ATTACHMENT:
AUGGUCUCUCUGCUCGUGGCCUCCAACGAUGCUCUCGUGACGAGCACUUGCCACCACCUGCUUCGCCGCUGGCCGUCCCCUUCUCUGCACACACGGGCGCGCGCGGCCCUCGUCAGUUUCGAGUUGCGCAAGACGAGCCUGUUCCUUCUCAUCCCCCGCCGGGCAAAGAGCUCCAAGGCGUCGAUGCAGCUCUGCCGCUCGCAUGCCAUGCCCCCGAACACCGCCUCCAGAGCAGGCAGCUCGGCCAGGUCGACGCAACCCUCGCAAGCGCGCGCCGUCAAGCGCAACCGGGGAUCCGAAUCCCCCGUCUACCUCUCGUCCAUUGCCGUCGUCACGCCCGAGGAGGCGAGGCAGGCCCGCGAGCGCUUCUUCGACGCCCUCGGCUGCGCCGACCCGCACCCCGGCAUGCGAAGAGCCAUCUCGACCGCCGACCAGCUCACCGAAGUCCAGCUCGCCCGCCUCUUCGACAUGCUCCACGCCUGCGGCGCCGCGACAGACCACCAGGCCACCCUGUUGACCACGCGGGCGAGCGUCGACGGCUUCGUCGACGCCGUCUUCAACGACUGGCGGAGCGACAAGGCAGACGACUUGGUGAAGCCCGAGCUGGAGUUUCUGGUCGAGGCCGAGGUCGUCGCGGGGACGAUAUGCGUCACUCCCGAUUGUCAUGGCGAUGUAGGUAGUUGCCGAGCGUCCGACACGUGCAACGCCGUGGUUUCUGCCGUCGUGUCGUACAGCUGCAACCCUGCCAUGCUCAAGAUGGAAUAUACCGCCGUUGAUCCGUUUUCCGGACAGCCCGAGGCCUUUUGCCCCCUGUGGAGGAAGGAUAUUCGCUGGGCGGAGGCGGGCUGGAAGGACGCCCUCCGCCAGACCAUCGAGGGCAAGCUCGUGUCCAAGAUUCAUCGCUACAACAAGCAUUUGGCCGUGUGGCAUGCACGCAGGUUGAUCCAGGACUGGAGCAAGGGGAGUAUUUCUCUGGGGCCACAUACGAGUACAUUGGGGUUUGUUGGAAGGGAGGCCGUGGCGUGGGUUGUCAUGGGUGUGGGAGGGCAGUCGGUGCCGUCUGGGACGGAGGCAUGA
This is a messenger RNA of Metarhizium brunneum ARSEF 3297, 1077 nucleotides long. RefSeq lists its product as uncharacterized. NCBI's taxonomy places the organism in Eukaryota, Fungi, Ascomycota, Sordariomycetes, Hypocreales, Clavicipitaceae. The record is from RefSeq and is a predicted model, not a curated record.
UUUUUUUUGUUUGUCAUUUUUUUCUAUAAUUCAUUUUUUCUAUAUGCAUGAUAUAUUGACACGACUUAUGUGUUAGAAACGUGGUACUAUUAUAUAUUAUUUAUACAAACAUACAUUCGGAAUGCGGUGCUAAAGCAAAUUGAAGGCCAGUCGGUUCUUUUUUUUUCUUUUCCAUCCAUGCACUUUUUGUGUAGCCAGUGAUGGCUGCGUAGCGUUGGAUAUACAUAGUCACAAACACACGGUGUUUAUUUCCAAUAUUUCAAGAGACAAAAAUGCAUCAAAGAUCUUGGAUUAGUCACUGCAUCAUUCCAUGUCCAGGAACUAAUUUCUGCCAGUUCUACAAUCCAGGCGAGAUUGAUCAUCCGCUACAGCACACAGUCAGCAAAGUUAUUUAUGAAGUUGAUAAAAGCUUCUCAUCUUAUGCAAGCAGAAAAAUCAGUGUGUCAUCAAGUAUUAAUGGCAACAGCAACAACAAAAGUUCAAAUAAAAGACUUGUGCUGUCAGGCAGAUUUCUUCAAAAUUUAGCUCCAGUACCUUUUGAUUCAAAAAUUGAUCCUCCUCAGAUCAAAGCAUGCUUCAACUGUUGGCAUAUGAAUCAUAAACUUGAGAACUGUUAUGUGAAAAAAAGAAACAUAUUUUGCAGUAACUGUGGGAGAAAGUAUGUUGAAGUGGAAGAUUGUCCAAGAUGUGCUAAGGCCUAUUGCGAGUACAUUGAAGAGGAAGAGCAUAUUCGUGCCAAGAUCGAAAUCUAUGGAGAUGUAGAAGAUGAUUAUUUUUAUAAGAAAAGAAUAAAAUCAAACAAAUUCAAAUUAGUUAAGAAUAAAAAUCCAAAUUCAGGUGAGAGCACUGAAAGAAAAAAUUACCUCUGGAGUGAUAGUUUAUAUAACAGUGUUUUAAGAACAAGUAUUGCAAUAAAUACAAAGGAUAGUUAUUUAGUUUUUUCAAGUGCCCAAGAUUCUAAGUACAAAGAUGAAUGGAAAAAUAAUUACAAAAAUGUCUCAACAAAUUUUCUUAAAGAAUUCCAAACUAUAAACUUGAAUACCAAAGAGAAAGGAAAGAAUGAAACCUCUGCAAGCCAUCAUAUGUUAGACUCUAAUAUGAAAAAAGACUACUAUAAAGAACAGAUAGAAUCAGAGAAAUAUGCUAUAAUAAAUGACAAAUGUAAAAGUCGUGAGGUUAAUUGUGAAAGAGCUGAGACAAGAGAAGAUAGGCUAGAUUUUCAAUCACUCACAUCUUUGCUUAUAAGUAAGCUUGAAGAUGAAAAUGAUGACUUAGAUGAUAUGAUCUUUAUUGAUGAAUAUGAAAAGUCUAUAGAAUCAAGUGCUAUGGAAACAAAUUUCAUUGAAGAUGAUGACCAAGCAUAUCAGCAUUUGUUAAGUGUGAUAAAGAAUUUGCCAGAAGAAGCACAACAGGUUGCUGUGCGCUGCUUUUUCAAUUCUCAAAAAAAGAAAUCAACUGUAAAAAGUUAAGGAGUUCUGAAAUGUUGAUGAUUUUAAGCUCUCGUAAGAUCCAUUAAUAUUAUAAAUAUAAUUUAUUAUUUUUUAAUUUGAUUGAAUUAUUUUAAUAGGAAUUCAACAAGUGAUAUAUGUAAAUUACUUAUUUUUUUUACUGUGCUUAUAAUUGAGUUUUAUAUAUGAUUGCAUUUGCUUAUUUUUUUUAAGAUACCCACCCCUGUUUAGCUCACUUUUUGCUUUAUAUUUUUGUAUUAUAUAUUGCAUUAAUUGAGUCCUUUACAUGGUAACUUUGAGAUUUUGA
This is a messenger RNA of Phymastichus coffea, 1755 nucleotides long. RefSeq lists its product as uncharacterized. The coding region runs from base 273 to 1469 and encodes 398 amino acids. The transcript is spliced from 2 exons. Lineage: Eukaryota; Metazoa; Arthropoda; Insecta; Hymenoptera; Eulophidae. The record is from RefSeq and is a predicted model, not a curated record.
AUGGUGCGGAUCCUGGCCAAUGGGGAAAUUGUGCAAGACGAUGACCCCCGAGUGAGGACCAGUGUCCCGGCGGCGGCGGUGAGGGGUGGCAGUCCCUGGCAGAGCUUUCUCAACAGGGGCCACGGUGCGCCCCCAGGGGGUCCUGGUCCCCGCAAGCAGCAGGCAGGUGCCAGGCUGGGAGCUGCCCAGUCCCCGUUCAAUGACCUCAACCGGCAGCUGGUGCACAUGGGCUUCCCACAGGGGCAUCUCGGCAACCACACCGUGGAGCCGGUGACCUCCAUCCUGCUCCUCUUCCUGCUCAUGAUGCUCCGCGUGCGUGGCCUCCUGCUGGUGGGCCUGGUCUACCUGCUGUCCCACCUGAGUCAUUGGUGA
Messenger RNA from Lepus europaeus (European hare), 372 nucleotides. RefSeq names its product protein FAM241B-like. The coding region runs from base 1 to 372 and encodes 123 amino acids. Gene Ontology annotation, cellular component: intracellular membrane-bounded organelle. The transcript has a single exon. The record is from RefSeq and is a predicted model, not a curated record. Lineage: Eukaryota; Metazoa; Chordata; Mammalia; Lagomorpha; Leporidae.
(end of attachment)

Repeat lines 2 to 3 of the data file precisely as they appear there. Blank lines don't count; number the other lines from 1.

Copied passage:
This is a messenger RNA of Metarhizium brunneum ARSEF 3297, 1077 nucleotides long. RefSeq lists its product as uncharacterized. NCBI's taxonomy places the organism in Eukaryota, Fungi, Ascomycota, Sordariomycetes, Hypocreales, Clavicipitaceae. The record is from RefSeq and is a predicted model, not a curated record.
UUUUUUUUGUUUGUCAUUUUUUUCUAUAAUUCAUUUUUUCUAUAUGCAUGAUAUAUUGACACGACUUAUGUGUUAGAAACGUGGUACUAUUAUAUAUUAUUUAUACAAACAUACAUUCGGAAUGCGGUGCUAAAGCAAAUUGAAGGCCAGUCGGUUCUUUUUUUUUCUUUUCCAUCCAUGCACUUUUUGUGUAGCCAGUGAUGGCUGCGUAGCGUUGGAUAUACAUAGUCACAAACACACGGUGUUUAUUUCCAAUAUUUCAAGAGACAAAAAUGCAUCAAAGAUCUUGGAUUAGUCACUGCAUCAUUCCAUGUCCAGGAACUAAUUUCUGCCAGUUCUACAAUCCAGGCGAGAUUGAUCAUCCGCUACAGCACACAGUCAGCAAAGUUAUUUAUGAAGUUGAUAAAAGCUUCUCAUCUUAUGCAAGCAGAAAAAUCAGUGUGUCAUCAAGUAUUAAUGGCAACAGCAACAACAAAAGUUCAAAUAAAAGACUUGUGCUGUCAGGCAGAUUUCUUCAAAAUUUAGCUCCAGUACCUUUUGAUUCAAAAAUUGAUCCUCCUCAGAUCAAAGCAUGCUUCAACUGUUGGCAUAUGAAUCAUAAACUUGAGAACUGUUAUGUGAAAAAAAGAAACAUAUUUUGCAGUAACUGUGGGAGAAAGUAUGUUGAAGUGGAAGAUUGUCCAAGAUGUGCUAAGGCCUAUUGCGAGUACAUUGAAGAGGAAGAGCAUAUUCGUGCCAAGAUCGAAAUCUAUGGAGAUGUAGAAGAUGAUUAUUUUUAUAAGAAAAGAAUAAAAUCAAACAAAUUCAAAUUAGUUAAGAAUAAAAAUCCAAAUUCAGGUGAGAGCACUGAAAGAAAAAAUUACCUCUGGAGUGAUAGUUUAUAUAACAGUGUUUUAAGAACAAGUAUUGCAAUAAAUACAAAGGAUAGUUAUUUAGUUUUUUCAAGUGCCCAAGAUUCUAAGUACAAAGAUGAAUGGAAAAAUAAUUACAAAAAUGUCUCAACAAAUUUUCUUAAAGAAUUCCAAACUAUAAACUUGAAUACCAAAGAGAAAGGAAAGAAUGAAACCUCUGCAAGCCAUCAUAUGUUAGACUCUAAUAUGAAAAAAGACUACUAUAAAGAACAGAUAGAAUCAGAGAAAUAUGCUAUAAUAAAUGACAAAUGUAAAAGUCGUGAGGUUAAUUGUGAAAGAGCUGAGACAAGAGAAGAUAGGCUAGAUUUUCAAUCACUCACAUCUUUGCUUAUAAGUAAGCUUGAAGAUGAAAAUGAUGACUUAGAUGAUAUGAUCUUUAUUGAUGAAUAUGAAAAGUCUAUAGAAUCAAGUGCUAUGGAAACAAAUUUCAUUGAAGAUGAUGACCAAGCAUAUCAGCAUUUGUUAAGUGUGAUAAAGAAUUUGCCAGAAGAAGCACAACAGGUUGCUGUGCGCUGCUUUUUCAAUUCUCAAAAAAAGAAAUCAACUGUAAAAAGUUAAGGAGUUCUGAAAUGUUGAUGAUUUUAAGCUCUCGUAAGAUCCAUUAAUAUUAUAAAUAUAAUUUAUUAUUUUUUAAUUUGAUUGAAUUAUUUUAAUAGGAAUUCAACAAGUGAUAUAUGUAAAUUACUUAUUUUUUUUACUGUGCUUAUAAUUGAGUUUUAUAUAUGAUUGCAUUUGCUUAUUUUUUUUAAGAUACCCACCCCUGUUUAGCUCACUUUUUGCUUUAUAUUUUUGUAUUAUAUAUUGCAUUAAUUGAGUCCUUUACAUGGUAACUUUGAGAUUUUGA